There were of course a number of insulting and unnecessary moves, like respelling Puerto Rico as "Porto Rico" on maps as a means of facilitating English pronunciation. Like any occupation, the forces of the occupier often tended to ride roughshod over the habits of the occupied. This rankled with a number of P.R. patriots, whose only recourse was a long-term strategy in which language was to play a key role. With the creation of the self-governing Commonwealth of Puerto Rico in 1952, they found the ideal vehicle for dissimulation.

The successful execution of their language strategy depended on three factors:

The elimination of English had to be selective--that is, blocked to the general populace but allowed to a privileged 20%. It was recognized that command of English was necessary to deal with the U.S. colonial power, to attract much-needed economic interest, and to create the illusion of general bilingual ability. So, the privileged class was allowed to learn English in private schools, but the general public was to be denied effective English instruction, even though it was listed as a course.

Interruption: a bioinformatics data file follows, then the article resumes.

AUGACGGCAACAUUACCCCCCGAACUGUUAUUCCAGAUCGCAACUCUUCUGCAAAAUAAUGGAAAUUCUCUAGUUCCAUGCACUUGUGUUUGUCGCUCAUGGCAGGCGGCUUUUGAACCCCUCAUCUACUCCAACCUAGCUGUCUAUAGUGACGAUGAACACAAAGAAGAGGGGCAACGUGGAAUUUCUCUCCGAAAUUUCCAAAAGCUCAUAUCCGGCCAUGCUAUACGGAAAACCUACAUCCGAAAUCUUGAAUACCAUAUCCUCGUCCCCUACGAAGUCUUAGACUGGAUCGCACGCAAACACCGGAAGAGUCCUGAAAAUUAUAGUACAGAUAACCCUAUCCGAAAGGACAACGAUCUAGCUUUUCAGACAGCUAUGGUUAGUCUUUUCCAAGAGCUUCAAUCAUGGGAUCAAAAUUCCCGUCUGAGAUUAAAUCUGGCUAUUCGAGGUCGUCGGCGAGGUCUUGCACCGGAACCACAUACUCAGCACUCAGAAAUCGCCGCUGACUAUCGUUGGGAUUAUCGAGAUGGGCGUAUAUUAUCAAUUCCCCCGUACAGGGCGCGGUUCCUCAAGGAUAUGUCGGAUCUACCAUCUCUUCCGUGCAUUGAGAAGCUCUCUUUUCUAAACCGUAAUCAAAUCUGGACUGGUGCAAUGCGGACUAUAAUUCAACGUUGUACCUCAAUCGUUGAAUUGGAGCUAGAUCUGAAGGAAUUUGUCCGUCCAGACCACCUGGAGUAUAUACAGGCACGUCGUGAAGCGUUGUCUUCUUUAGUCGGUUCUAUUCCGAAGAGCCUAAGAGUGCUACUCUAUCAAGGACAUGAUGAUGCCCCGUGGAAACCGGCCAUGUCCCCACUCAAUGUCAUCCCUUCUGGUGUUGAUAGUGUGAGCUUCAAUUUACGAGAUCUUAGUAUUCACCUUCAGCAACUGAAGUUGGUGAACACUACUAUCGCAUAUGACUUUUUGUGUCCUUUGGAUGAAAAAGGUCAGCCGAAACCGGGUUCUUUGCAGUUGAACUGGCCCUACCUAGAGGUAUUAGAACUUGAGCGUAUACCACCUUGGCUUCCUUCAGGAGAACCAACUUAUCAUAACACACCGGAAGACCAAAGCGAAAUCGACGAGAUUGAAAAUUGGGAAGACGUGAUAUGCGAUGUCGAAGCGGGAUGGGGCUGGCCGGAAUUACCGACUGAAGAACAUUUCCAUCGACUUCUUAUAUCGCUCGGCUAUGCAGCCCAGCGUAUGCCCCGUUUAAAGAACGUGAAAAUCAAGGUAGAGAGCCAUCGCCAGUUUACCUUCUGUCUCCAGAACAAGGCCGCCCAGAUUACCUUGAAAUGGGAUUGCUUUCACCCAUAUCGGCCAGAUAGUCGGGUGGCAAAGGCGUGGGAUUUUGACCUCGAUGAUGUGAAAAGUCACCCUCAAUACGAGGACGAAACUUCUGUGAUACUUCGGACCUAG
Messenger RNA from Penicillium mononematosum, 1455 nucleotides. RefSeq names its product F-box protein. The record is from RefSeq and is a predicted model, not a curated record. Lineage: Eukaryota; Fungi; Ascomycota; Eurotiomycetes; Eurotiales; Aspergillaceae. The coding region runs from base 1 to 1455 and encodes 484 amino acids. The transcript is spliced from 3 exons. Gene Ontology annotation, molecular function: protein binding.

The success of this selective discrimination was such that it was possible to visit San Juan and come away with the impression that this was a bilingual society because all the waiters, government officials, and businesspeople spoke English. On the island, however, the majority didn’t. This meant all the island’s major media would be entirely in Spanish and English media wouldn’t even be a factor.

The elimination of English had to be covert, unstated, and officially denied, since its practical implementation required the assent of the U.S. Congress and the financial support of the U.S. taxpayer. This aspect of the strategy depended directly on the ignorance, apathy, and self-interest of the U.S Congress--all qualities that were abundantly available in Washington. It is hard to know just where the collective heads of the U.S. Congress have been throughout the span of this relationship, but it doesn’t appear to have been on their shoulders. In the clouds would be a charitable description.